How is organisational culture formed and what impact does it have?

5 Minutes
Organisational culture embodies the collective values, beliefs, and principles that guide the behaviour of an organisation's members.

Understanding the Fabric of Organisational Culture

The concept of organisational culture stands as a cornerstone, influencing every facet of a company's operations. At its core, organisational culture embodies the collective values, beliefs, and principles that guide the behaviour of an organisation's members. It's an invisible yet powerful force that shapes decisions, molds strategies, and defines the character of a corporate entity.

The formation of this culture is not a random event but a complex process influenced by a multitude of factors, both internal and external. Understanding how organisational culture is formed is crucial for leaders, managers, and employees alike. It offers insights into the driving forces behind a company's ethos, aids in navigating the corporate landscape, and helps in aligning personal values with those of the organisation.

This article delves into the genesis of organisational culture, exploring its foundational elements such as leadership, company vision, and core values. It examines the role of early decisions and behaviours in setting the tone for cultural norms and presents case studies to illustrate these dynamics in real-world settings. Furthermore, it discusses the key factors influencing culture formation, including the impact of internal stakeholders and external conditions, and the interplay of policies, procedures, and people.

As we navigate through the manifestations of organisational culture, from symbols and rituals to stories and myths, we gain a deeper understanding of its pervasive influence. The article also sheds light on the profound impact organisational culture has on employee behaviour, decision-making processes, and overall business outcomes. Finally, it addresses the critical aspects of evaluating and evolving organisational culture, highlighting the challenges and strategies involved in fostering a desirable workplace environment.

In essence, this exploration is not just about understanding what organisational culture is, but also about grasping its significance in shaping the identity and success of an organisation. As we embark on this journey, we encourage readers to reflect on their own organisational environments and consider the continuous, dynamic nature of cultural evolution within their realms.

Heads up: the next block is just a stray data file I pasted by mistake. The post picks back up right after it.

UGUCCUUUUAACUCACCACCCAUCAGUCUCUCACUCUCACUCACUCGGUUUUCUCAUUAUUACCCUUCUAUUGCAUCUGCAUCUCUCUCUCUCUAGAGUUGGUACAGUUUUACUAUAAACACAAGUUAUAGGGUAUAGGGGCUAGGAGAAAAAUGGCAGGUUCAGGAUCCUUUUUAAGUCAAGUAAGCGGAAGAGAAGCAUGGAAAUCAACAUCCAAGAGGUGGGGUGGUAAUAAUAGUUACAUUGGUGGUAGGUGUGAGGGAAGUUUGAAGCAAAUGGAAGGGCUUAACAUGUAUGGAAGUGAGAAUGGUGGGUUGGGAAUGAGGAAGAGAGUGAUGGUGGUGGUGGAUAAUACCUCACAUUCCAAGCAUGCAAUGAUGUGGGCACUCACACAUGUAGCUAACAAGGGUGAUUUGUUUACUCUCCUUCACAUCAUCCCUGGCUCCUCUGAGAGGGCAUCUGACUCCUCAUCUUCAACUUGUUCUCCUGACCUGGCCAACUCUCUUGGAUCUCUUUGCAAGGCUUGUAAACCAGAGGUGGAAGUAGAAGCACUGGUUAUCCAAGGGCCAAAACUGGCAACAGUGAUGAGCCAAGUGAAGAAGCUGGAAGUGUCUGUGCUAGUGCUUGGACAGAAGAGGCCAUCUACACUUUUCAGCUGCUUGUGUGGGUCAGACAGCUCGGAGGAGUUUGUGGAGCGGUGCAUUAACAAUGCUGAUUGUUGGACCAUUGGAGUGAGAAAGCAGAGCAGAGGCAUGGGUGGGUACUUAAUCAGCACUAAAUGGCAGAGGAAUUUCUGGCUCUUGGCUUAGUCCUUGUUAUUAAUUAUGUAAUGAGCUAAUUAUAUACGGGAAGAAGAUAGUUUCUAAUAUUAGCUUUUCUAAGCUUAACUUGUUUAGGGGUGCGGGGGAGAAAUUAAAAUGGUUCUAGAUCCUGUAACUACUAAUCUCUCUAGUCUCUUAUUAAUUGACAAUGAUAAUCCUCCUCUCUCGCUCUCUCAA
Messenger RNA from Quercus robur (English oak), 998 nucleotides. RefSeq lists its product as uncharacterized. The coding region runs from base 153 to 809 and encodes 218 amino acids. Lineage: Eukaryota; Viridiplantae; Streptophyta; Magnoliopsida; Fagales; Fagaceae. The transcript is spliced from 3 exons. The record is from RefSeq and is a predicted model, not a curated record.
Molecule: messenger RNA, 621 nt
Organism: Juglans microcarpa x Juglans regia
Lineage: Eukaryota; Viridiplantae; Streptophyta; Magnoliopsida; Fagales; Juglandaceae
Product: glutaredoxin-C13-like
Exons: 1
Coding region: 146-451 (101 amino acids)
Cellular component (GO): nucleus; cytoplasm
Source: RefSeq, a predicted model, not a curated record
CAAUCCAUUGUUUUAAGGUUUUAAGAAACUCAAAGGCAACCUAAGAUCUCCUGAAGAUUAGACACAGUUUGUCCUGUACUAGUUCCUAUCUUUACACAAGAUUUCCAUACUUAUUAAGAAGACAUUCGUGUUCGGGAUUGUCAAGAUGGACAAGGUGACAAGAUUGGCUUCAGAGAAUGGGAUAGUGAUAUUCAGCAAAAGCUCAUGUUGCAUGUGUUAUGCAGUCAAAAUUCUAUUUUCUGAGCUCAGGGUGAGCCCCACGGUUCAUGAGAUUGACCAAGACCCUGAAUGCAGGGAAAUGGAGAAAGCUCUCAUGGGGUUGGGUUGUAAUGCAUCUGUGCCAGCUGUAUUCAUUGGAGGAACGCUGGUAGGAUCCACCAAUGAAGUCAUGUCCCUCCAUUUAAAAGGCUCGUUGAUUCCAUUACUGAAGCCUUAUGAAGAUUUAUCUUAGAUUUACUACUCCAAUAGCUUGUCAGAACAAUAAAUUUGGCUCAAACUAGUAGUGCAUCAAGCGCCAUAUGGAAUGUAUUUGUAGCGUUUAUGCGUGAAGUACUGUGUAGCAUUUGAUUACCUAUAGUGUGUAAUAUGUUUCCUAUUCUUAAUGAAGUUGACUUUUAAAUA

The Genesis of Organisational Culture

Foundational Elements: Leadership, Company Vision, and Values

The bedrock of organisational culture lies in its foundational elements: leadership, company vision, and values. Leadership, particularly, plays a pivotal role in shaping culture. As Schein (2010) articulates in his seminal work, leaders not only create and manage culture but also embody the values and norms of the organization. The vision set forth by leaders acts as a guiding star, providing direction and purpose. This vision, coupled with core values, forms the ethos of an organisation, influencing every aspect of its functioning.

A study by Groysberg, Lee, Price, and Cheng (2018) in the Harvard Business Review highlights how leadership styles and practices significantly impact organisational culture. The authors argue that leaders who communicate effectively and demonstrate a commitment to their vision and values foster a strong, positive culture. Furthermore, the values espoused by leaders, such as integrity, innovation, and teamwork, become ingrained in the organizational fabric, shaping employee attitudes and behaviours.

Role of Early Decisions and Behaviours

The initial decisions and behaviours of an organisation set a precedent for its cultural norms. These early choices, often made by the founding team, can have a lasting impact. For instance, a decision to prioritise customer satisfaction over short-term profits can instill a customer-centric culture. Similarly, early behaviours, such as how failures and successes are handled, signal to employees what is valued within the organization.

Research by Chatman and Cha (2003) in the Academy of Management Journal demonstrates that the early decisions regarding organizational structure, hiring practices, and reward systems significantly influence the development of organisational culture. The study suggests that these initial choices create a framework within which the culture evolves.

Case Studies: Examples of Formative Phases in Different Organizations